From the understanding of the Many emerges the triumvirate of gods, goddesses, and ferocious beings known as Krodhas, Vidyadharas, and Dharmapalas in Buddhist parlance. The three constitute a central part of our cultural consciousness. They find valid space in Vajrayana art and thought and have to be transfigured; anger has to be crossed over by non-anger and violence by non-violence to reach the still centre of the Sublime. One has to draw out the Dharma that is within oneself. The body contains the entire universe (debe vishvasya mananam). In the higher stages of meditation, the body and cosmos are assimilated, the Dharmadhatu is shining light and concentration is its perception. By mystic light (Tibetan; hodgsal) one purifies the samsaric infections. The divine forms do not remain in distant heavens, but descend into us; I am the cosmos and the Buddhas are in me.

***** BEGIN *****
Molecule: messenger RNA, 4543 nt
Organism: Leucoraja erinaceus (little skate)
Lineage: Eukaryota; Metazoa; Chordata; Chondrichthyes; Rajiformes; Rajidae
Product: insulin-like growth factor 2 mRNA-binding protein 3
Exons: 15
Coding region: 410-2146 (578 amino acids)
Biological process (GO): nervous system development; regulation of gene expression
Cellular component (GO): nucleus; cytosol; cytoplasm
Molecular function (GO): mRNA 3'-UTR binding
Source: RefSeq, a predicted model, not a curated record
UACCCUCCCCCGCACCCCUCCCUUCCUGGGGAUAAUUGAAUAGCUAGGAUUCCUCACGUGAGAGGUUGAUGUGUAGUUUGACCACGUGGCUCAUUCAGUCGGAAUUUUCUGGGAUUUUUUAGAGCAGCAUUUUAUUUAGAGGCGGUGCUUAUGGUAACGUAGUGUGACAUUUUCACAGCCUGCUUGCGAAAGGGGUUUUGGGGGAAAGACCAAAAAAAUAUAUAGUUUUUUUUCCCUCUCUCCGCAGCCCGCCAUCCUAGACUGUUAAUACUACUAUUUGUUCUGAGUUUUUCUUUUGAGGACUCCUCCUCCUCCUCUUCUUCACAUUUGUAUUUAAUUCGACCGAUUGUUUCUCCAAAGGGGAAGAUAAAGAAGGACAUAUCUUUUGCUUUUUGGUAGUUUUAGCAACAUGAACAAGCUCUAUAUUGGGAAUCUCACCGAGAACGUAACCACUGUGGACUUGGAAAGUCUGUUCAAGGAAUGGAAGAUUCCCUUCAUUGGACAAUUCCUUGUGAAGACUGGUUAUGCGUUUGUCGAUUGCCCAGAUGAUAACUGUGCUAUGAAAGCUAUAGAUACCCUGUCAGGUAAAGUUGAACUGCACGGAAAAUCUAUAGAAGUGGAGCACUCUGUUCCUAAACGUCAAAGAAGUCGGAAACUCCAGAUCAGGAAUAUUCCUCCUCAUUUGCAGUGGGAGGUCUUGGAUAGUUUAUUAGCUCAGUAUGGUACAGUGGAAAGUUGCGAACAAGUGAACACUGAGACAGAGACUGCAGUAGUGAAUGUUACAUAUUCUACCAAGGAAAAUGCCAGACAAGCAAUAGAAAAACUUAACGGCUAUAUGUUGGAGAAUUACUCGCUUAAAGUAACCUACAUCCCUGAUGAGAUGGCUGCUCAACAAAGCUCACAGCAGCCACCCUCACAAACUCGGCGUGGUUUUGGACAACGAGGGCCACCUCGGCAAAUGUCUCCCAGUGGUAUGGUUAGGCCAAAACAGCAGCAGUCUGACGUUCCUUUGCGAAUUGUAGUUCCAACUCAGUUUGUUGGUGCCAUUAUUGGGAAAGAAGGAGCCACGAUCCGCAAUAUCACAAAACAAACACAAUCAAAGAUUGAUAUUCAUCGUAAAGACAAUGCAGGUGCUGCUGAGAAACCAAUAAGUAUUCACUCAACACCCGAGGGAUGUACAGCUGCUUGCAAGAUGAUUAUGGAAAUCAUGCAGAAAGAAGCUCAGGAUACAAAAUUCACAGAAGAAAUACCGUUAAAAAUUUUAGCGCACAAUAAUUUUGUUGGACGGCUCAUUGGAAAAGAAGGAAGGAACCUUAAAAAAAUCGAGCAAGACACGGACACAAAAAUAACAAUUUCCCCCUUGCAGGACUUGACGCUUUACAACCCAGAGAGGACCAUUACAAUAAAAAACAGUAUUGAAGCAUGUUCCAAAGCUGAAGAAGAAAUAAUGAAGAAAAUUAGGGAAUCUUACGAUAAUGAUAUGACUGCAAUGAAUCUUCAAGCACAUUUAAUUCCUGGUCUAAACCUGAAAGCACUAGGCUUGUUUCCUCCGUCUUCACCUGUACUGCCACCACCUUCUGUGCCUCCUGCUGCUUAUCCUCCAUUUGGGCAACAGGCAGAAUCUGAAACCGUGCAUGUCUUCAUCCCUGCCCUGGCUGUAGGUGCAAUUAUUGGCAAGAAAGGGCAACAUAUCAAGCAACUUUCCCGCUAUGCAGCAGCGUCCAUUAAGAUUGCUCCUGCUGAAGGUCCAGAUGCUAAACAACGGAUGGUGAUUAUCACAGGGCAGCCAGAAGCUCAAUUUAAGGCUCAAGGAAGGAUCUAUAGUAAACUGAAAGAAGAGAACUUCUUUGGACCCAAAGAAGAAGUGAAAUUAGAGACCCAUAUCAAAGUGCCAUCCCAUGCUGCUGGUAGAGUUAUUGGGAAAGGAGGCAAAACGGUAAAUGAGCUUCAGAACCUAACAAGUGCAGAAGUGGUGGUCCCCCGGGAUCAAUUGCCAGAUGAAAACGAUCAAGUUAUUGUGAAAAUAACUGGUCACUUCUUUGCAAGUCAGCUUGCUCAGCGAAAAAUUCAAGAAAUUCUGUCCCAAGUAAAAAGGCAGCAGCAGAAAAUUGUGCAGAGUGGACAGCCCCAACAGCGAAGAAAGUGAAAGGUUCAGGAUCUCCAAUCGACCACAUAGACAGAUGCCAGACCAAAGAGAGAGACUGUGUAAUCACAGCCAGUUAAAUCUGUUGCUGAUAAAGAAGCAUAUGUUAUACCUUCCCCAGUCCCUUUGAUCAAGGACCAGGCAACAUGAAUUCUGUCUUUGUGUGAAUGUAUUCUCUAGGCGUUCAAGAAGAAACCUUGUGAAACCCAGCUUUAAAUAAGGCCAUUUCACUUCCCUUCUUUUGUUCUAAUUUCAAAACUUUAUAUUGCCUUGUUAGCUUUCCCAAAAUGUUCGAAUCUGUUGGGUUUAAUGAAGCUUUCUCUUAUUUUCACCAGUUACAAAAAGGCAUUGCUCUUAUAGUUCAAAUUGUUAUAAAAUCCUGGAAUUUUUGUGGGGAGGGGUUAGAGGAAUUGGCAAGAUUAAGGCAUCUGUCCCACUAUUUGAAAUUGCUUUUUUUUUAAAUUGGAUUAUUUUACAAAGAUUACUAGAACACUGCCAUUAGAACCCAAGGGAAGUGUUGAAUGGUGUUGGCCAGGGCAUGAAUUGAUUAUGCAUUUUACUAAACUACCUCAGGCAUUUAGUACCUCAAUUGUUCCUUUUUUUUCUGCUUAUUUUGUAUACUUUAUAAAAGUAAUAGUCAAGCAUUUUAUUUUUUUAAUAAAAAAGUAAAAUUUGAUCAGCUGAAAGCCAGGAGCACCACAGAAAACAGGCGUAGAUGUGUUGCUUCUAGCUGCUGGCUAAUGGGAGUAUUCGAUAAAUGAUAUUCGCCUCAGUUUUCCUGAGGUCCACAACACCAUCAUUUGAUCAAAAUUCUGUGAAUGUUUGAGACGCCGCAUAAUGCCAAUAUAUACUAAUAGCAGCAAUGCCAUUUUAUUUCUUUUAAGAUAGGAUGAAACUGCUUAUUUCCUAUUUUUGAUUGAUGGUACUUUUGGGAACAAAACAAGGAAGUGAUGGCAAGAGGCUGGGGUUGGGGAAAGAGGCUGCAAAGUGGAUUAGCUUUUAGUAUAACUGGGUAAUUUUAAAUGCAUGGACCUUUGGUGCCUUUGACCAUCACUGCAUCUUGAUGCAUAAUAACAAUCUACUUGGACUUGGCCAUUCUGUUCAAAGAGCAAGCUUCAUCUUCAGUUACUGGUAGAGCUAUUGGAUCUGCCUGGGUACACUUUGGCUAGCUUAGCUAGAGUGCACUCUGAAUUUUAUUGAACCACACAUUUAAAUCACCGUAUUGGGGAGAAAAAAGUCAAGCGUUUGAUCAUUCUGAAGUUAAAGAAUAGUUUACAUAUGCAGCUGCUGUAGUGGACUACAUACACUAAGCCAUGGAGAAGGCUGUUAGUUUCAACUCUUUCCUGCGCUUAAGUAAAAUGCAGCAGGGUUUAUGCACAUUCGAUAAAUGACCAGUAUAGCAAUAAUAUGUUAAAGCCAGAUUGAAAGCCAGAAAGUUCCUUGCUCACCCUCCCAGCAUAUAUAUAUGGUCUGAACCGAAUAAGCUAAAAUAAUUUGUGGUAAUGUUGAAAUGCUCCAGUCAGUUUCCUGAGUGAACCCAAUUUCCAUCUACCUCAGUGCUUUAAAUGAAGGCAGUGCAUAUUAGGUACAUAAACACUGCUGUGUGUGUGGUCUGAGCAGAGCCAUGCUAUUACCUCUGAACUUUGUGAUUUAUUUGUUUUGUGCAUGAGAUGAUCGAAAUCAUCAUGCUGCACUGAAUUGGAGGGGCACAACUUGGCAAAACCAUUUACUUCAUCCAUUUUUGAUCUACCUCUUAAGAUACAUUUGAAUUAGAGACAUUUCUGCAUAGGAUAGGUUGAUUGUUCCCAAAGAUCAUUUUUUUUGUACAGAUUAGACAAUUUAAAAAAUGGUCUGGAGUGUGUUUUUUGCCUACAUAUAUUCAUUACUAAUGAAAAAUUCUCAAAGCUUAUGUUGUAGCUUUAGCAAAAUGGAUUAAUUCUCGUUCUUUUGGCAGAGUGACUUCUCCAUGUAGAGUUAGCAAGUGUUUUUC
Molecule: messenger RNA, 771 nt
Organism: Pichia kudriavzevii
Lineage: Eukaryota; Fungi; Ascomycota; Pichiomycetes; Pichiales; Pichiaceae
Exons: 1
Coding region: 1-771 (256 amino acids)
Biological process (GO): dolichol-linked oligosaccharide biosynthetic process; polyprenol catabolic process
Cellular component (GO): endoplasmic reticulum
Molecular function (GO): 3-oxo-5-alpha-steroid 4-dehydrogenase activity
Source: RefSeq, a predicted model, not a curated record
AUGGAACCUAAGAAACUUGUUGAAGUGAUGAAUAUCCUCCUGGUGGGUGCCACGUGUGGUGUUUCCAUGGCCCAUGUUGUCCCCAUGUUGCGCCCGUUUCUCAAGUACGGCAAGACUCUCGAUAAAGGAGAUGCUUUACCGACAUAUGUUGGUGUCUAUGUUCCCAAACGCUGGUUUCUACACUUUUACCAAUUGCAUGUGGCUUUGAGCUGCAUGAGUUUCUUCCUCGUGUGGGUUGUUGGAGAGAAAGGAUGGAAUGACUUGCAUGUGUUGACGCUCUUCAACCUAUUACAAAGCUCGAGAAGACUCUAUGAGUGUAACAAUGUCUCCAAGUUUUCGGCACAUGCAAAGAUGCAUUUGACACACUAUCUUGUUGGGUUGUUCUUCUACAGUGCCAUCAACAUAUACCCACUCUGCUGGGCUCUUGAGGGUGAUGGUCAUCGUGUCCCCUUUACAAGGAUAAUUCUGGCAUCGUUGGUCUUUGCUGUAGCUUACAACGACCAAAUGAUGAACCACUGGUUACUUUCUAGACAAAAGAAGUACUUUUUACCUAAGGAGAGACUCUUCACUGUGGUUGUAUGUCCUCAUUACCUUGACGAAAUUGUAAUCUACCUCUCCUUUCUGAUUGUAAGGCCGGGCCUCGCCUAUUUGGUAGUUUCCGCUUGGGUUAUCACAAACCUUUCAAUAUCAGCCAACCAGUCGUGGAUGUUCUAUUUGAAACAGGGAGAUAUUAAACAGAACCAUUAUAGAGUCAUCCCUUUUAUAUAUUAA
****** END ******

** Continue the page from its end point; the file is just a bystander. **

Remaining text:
Dr Shashibala presents in this book a vivid survey of the rich morphology of the Buddhas and Bodhisattvas, gods, goddesses and ferocious protectors, the architectonics of the stupa, and other sacred structures. It crystallises the grandeur of meditation and the heart of panhuman culture in the mysterious intrinsic necessity of the spirit. Dr Shashibalas enunciation is an endeavour to express the basic form and meaning in the vast spaces of Buddhism; from Buryatia and Tuva in the extreme north, to Central and East Asia in between and down to the plains of India and Southeast Asia. She chronicles the immense panorama of the Visual Dharma across forbidding mountains, untamed rivers, and waterless deserts, icy howling winds, silent spaces of the plains, in the plenitude of history and in the dynamism of life, to attain to the core of existence and transcendence, to what the heart desires and the mind seeks.